CBCT scans were taken with an i-CAT Vision device (Imaging Sciences International, Hatfield, PA, USA). Standard scanning conditions for orthognathic surgery patients were ensured: patient breathing quietly, sitting upright, with the clinical Frankfort horizontal plane parallel to the floor, and biting on a wax-bite in centric occlusion. Preliminary data were saved in DICOM format. For image processing, a computer with the following characteristics was used: Pentium 4 Processor, 3.8 GHz, W/SP5 Windows XP Professional, 120 GB of memory, 2 GB of RAM, and a screen of 20 inches minimum. i-CAT Vision (version 18.104.22.168; Imaging Sciences International) and SimPlant O&O (Materialise Dental SL) software programs were installed on this computer for image viewing and processing, respectively.
A 3D simulation of the pre- and postoperative anatomy was performed. An appropriate mask and region of interest were defined for this purpose. Through automatic segmentation, a preview image was obtained. This was later optimized by manual segmentation, eliminating possible artefacts.
Once the 3D reconstructions of the pre- and postoperative conditions had been obtained, they were superimposed virtually in order to evaluate possible changes in condylar position in all three planes of space. Superimpositions were done using the cranial base as a stable anatomical reference, since it is assumed to remain unchanged after surgery. The software allowed for proper adjustment of the superimposed images in the three views (sagittal, coronal, and axial) in every single slice ( Fig. 1 ). Once the correct superimposition had been obtained, the relationship was saved as the ‘home position’, such that the program would always connect the two 3D reconstructions in the same relationship. Following this methodology, the program created a coded overlay colour map that enabled visual analysis and objective quantification of the changes in three dimensions ( Fig. 2 ).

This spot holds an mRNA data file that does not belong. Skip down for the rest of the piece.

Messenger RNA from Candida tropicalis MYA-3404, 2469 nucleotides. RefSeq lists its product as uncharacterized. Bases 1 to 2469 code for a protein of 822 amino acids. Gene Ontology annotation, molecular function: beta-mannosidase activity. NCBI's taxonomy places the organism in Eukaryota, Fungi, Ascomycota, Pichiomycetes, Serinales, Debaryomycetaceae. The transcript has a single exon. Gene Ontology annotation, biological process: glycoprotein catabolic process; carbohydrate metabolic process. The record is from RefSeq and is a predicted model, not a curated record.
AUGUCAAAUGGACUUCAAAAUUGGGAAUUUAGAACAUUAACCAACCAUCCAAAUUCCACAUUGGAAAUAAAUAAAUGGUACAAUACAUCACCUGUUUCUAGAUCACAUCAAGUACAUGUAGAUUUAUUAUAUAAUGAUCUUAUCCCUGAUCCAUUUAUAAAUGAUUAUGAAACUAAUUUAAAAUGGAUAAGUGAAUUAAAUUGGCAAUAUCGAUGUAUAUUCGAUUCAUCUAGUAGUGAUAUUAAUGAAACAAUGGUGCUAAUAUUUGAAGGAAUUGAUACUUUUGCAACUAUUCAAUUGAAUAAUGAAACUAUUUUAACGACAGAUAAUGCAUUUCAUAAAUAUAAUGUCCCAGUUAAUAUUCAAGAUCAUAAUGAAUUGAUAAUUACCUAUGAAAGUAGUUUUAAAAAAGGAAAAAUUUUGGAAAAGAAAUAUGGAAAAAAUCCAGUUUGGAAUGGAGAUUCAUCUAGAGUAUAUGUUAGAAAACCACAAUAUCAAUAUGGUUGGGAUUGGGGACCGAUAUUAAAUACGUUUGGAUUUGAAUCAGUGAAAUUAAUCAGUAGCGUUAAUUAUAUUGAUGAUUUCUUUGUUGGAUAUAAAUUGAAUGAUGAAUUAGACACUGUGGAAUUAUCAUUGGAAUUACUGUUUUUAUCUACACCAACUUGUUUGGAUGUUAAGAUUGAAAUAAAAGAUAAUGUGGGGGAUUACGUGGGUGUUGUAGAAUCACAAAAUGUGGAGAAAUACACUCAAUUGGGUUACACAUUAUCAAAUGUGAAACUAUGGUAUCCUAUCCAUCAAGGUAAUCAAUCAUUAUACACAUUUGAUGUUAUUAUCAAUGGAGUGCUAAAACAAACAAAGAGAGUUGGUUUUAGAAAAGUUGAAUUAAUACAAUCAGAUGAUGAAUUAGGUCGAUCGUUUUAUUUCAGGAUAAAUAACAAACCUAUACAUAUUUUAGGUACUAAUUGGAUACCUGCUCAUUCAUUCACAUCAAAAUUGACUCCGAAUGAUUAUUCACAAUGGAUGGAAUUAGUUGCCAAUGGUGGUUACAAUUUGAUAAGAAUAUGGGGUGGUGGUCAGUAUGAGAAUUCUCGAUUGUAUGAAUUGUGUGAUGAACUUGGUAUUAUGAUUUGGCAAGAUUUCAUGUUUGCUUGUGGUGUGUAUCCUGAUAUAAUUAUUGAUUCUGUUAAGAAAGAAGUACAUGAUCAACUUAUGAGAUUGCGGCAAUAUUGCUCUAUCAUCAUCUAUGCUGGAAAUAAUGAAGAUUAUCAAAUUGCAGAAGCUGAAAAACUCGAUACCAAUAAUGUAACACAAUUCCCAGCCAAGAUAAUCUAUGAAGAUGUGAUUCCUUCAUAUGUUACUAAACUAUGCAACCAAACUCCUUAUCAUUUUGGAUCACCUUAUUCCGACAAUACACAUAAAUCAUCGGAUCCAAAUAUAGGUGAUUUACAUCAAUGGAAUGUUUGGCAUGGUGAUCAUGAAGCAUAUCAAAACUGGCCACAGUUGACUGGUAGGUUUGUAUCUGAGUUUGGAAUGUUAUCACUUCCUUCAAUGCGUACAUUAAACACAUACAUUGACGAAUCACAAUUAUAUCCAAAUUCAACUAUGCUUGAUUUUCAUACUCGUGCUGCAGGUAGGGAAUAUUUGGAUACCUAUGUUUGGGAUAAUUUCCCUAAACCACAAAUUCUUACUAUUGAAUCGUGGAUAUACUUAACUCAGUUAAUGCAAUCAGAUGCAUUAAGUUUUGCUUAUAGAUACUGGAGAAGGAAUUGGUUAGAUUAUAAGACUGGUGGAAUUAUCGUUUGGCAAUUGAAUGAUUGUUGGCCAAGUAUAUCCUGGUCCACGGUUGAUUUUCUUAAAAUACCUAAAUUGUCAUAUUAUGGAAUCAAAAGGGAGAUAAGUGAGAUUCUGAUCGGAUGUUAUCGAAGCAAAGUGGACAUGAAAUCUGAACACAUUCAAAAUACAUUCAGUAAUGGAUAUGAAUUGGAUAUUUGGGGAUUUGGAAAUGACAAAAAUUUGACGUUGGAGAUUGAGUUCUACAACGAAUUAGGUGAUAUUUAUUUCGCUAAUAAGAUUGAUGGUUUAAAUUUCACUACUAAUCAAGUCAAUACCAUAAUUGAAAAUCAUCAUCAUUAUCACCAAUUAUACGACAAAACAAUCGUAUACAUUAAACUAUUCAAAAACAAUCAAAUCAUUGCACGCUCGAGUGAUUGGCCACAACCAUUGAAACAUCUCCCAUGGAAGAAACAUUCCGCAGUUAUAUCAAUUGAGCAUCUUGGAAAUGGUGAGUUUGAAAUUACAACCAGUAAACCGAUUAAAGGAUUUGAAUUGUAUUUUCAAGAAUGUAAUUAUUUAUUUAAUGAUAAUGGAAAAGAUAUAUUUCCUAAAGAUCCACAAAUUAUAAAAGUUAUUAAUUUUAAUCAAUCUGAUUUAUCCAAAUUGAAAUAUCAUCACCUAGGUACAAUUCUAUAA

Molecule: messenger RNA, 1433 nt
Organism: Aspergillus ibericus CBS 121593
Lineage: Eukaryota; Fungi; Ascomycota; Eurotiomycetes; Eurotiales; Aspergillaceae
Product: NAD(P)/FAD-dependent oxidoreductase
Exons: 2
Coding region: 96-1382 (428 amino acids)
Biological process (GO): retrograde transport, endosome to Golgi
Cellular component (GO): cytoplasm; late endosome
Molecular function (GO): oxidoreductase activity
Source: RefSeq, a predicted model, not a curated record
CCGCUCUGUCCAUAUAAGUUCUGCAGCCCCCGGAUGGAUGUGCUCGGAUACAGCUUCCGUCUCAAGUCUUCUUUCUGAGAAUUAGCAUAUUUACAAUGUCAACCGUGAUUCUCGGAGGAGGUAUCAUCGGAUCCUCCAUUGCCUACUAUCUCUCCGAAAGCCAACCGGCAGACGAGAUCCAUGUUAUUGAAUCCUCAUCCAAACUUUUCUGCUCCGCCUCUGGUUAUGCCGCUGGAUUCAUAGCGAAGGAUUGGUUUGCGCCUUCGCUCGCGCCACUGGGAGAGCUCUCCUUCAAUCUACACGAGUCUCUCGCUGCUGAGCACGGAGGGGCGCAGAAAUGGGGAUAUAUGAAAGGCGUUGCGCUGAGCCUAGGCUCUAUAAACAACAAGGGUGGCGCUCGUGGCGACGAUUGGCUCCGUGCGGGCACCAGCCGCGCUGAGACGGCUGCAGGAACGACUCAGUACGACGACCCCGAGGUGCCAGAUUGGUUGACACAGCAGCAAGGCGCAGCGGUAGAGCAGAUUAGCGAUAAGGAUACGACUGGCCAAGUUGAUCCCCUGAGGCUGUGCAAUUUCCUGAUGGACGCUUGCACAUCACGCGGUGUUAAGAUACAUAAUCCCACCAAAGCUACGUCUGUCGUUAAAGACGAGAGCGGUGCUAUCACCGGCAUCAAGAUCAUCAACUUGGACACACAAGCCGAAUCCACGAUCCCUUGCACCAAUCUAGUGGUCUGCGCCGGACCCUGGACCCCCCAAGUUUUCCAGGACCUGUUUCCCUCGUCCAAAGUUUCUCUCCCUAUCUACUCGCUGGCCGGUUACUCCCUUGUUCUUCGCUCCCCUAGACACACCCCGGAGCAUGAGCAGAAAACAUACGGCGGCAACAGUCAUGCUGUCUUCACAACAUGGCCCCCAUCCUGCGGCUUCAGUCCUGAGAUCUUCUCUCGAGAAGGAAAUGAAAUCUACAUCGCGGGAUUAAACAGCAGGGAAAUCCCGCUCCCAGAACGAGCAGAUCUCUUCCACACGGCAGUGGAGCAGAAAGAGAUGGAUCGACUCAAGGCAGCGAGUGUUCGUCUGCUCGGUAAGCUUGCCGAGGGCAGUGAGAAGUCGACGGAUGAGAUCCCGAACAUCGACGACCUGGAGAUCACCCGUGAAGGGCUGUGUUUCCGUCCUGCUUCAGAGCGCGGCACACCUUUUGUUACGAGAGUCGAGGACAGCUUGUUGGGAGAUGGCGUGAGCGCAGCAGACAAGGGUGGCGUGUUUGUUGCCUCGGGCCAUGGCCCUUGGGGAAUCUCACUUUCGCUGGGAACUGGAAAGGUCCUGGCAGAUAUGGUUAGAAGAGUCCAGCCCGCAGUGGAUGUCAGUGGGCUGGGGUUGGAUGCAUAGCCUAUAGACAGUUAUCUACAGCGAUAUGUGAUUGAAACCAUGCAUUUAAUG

The 3D analysis of condylar position was systematized as follows: five points were defined on each condyle; these points were named anterior, posterior, superior, medial, and lateral ( Fig. 3 ).
Positional changes were evaluated separately for each point. Because each colour indicates an interval of change in the colour map, it was decided that the highest value of each corresponding interval would be recorded. This methodology assumed that the value ‘0’ is not possible and ensured that the highest possible change – in other words, the ‘worst possible situation’ – was assumed systematically for each point.
The data analysis was performed using SPSS for Windows version 15.0.1 software (SPSS Inc., Chicago, IL, USA). Descriptive statistics were used for the quantitative analysis. Following a Shapiro–Wilk test in which a normal distribution was ruled out, a non-parametric Brunner–Langer test was performed to test the null hypothesis that the condylar position remains stable after BSSO for mandibular advancement. Spearman’s correlation coefficient was used to test the correlation between the changes in condylar position and the amount of advancement, age, and sex, and also between contralateral condyles. The level of significance was set at 0.05.